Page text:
Friday, September 04, 2009

Rule Britannia 2

We made it into Bristol for supper. Another tense, drama-filled half-hour of driving on German-proof roads. At dusk. In rush hour. With SH's written instructions as opposed to a map, which is what I need. Even if someone gives me "turn right, turn left" instructions, I draw myself a map. I am a visualizer. SH just wants the facts, but I want the facts in context.

In return for the stress, we were awarded one of the few parking spaces in Clifton, a swanky Bristol neighborhood.

SH did a great job of parking, even though he was doing everything backward, and we walked to the seafood restaurant his colleague had recommended. It was full. So we walked over to the Isambard Kingdom Brunel suspension bridge, which is a marvel of engineering and thoroughly impressive. This bridge will not fall down, unlike some bridges built in the past century whose names I will not mention but let this to be a lesson to us all that overengineering is not a bad thing. IK Brunel was an amazing engineer and a credit to the Empire. And the bridge is PRETTY.


Then we tried another restaurant that had things like Devon ham and reindeer sausage and all kinds of English food that we would never see at home and our mouths started to water and there were empty tables, but they too turned us away.

We ended up at a pub that served fabulous food: we had the seafood appetizer plate (below) that was probably enough food but we also had to try a local specialty, Pieminister pie, which was fabulous. The only drawback to the place was the sweet old man above who insisted on talking to us. And talking to us. And talking to us. When SH went to the Gents', the old guy told me he had had a stroke five years ago, so I cut him some slack, but when he came back to the table for the 5th time, I started to cut him off with an immediate, "Thank you so much! Yes, we'll try that. Do you need some help getting down the stairs?" I think he took the hint, bless his heart.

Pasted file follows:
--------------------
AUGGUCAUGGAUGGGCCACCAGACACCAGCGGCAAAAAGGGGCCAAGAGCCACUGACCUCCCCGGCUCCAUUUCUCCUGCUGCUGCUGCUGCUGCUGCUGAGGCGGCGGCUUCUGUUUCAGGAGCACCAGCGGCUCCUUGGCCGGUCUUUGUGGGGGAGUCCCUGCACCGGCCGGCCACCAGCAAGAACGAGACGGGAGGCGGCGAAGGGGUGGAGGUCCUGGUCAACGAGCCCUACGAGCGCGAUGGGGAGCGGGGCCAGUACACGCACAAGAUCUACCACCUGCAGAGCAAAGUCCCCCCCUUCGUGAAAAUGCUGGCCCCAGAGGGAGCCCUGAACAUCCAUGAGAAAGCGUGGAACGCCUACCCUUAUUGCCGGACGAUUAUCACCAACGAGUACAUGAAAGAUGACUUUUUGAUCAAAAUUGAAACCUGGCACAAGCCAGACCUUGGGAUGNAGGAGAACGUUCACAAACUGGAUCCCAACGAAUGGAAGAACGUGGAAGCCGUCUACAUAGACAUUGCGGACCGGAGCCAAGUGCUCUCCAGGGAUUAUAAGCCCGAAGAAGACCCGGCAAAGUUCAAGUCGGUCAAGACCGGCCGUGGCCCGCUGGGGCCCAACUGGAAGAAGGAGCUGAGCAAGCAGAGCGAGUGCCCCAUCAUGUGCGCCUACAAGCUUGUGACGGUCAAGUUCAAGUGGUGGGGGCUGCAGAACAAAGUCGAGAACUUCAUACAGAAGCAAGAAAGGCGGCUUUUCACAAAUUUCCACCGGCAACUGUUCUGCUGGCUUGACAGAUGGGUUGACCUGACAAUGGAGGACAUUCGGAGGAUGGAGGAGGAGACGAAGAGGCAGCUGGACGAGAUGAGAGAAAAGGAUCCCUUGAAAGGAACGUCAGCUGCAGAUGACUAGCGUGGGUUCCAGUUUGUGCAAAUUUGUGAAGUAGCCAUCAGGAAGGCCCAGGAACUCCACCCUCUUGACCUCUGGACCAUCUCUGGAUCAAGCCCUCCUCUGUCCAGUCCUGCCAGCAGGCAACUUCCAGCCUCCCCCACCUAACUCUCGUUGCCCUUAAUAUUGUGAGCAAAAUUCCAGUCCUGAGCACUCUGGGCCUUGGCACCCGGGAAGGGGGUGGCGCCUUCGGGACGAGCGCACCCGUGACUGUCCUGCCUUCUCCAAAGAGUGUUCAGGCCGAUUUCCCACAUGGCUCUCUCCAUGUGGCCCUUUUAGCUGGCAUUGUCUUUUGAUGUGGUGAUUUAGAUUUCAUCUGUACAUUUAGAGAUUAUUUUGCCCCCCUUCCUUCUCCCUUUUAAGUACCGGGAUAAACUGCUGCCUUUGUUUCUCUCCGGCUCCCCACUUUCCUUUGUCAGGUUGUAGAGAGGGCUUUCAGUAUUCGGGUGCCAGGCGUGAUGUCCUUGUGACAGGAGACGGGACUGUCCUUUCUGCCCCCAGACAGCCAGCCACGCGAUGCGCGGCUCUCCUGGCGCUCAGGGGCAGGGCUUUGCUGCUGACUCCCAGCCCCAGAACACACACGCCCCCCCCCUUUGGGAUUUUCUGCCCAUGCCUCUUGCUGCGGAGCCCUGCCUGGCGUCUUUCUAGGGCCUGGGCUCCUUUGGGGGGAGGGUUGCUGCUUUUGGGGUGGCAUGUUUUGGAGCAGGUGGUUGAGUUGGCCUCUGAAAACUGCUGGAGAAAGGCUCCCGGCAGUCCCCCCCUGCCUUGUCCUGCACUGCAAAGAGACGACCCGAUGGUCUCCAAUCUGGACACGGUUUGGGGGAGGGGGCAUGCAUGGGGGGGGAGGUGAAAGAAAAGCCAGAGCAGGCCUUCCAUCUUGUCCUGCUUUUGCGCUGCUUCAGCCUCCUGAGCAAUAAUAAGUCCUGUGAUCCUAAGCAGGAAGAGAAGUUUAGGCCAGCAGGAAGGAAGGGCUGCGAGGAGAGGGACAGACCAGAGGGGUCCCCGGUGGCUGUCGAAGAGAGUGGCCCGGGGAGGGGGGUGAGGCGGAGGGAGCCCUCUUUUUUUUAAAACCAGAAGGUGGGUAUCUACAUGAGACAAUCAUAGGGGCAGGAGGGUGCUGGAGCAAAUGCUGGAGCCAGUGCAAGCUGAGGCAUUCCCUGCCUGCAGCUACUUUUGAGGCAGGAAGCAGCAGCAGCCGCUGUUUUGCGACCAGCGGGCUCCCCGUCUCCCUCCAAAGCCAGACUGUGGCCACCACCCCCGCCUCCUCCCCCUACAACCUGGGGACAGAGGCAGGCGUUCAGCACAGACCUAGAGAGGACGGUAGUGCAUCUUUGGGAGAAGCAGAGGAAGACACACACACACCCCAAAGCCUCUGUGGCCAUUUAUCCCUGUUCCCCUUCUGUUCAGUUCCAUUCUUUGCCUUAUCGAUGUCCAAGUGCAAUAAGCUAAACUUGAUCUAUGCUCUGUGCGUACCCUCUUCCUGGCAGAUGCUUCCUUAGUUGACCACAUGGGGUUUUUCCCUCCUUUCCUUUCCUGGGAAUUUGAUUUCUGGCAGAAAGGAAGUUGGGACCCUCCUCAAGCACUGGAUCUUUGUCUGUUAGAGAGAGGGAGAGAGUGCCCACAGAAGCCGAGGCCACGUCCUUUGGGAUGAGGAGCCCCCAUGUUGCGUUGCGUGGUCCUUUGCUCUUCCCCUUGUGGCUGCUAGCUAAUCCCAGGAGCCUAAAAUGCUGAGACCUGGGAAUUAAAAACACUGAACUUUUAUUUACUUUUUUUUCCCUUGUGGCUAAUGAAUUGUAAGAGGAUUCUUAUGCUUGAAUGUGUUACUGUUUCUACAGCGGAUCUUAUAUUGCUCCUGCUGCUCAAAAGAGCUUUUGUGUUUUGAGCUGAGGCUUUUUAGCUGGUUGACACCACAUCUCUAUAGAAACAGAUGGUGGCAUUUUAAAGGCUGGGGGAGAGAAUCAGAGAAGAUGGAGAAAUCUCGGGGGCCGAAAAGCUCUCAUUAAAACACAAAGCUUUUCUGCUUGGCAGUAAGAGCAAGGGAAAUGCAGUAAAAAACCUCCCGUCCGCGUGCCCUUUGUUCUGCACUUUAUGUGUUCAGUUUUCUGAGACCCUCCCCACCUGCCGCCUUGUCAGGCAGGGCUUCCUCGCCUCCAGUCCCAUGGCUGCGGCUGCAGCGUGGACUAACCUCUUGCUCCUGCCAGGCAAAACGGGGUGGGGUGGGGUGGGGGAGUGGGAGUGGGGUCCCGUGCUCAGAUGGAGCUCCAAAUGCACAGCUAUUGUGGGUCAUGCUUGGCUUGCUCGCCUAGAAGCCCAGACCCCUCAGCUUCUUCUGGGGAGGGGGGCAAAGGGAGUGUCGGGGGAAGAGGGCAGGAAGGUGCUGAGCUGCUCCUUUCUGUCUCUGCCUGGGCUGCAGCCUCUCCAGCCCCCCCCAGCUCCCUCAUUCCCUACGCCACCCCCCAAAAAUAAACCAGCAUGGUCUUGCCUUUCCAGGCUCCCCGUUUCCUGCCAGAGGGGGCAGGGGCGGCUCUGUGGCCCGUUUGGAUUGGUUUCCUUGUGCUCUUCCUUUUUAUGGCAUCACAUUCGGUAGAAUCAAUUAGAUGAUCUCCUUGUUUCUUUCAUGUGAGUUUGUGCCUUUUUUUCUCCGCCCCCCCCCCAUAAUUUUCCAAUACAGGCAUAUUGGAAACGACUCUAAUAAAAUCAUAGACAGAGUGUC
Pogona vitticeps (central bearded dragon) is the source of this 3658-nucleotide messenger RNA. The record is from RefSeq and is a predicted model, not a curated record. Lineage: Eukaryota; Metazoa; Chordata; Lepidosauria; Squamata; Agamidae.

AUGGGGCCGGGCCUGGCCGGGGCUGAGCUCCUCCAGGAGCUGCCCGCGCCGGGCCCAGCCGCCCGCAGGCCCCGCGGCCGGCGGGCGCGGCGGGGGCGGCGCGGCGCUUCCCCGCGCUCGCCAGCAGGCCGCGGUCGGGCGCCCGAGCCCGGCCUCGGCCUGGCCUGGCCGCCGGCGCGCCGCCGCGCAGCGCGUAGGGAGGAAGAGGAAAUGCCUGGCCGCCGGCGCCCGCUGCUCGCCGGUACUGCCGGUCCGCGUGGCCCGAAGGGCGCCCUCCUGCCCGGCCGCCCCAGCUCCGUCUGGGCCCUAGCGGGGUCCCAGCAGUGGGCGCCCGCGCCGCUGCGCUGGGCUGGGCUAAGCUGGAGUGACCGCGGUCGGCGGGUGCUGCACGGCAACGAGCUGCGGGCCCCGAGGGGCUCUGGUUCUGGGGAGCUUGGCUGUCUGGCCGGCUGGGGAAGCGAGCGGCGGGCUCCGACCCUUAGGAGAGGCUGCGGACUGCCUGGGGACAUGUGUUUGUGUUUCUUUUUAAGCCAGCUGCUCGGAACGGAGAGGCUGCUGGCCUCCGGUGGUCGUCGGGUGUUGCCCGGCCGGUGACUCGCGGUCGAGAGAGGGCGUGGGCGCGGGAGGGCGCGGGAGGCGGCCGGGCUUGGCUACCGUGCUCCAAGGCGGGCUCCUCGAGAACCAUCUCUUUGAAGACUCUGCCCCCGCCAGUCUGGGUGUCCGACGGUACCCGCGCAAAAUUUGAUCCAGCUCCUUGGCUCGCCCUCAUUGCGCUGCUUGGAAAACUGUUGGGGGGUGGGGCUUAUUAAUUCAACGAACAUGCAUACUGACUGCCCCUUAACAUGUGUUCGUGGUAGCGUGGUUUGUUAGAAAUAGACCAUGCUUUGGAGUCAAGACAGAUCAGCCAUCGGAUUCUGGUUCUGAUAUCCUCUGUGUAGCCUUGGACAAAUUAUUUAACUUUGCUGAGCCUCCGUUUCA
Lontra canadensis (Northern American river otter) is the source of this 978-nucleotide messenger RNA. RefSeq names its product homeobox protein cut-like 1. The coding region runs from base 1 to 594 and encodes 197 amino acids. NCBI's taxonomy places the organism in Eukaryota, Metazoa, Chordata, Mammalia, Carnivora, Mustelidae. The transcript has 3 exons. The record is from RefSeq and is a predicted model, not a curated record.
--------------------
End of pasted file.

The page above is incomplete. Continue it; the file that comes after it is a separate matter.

We have some leftovers of the fish for tomorrow, which meant we had to ask for more ice this evening. It was dreadful: I asked the bartender for two big glasses of ice and he said, "Of course!" SH was mortified.


A protocol question for any English readers: What side of the sidewalk does one walk on here? We do not know whether to veer to the right or to the left when we meet oncoming traffic.

4 comments:

Anonymous said...

I've found that a small portable GPS with European maps is an invaluable traveling companion. And I've noticed that professional drivers of limos and private hire cars use them all the time around London. Takes a lot of the stress out of driving...

The sidewalk thing. I've tried many techniques in Japan, who also drive on the "wrong" side of the road. Turns out most people in Tokyo don't drive, so its pretty much random which side you walk on and veer. I'd follow the rules of the road, but most pedestrians don't follow rules, they just veer and verve with a lot of nerve to their hearts content.

-gb

MrScribbler said...

Oh, I say...keep to the left on roads and sidewalks, don't y'know....

Too bad Mr Brunel's ship, the Great Eastern, is no longer around. It was as imposing as the bridge. He was ahead of his time. And, unfortunately, ahead of the construction materials available to him.

Maureen@IslandRoar said...

I love English pubs!
Hey, I never thought about the sidewalk question; let me know if someone knows an answer to this.

HRD said...

First.....it's not a sidewalk.....it's a pavement. A sidewalk is what a crab does! :)

Ok the etiquette is that a man should always walk closest to the road when accompanying a lady. If he is passing by a lady he should therefore step towards the road and stop to allow her to pass. Where there are two ladies they should pass left shoulders.

In the tube, on escalators etc. you stand on the right and overtake on the left. On the roads you drive on the left and overtake on the right.

Simple really. Got it?

PS. Every good traditional pub has its local madman.....its part of the charm....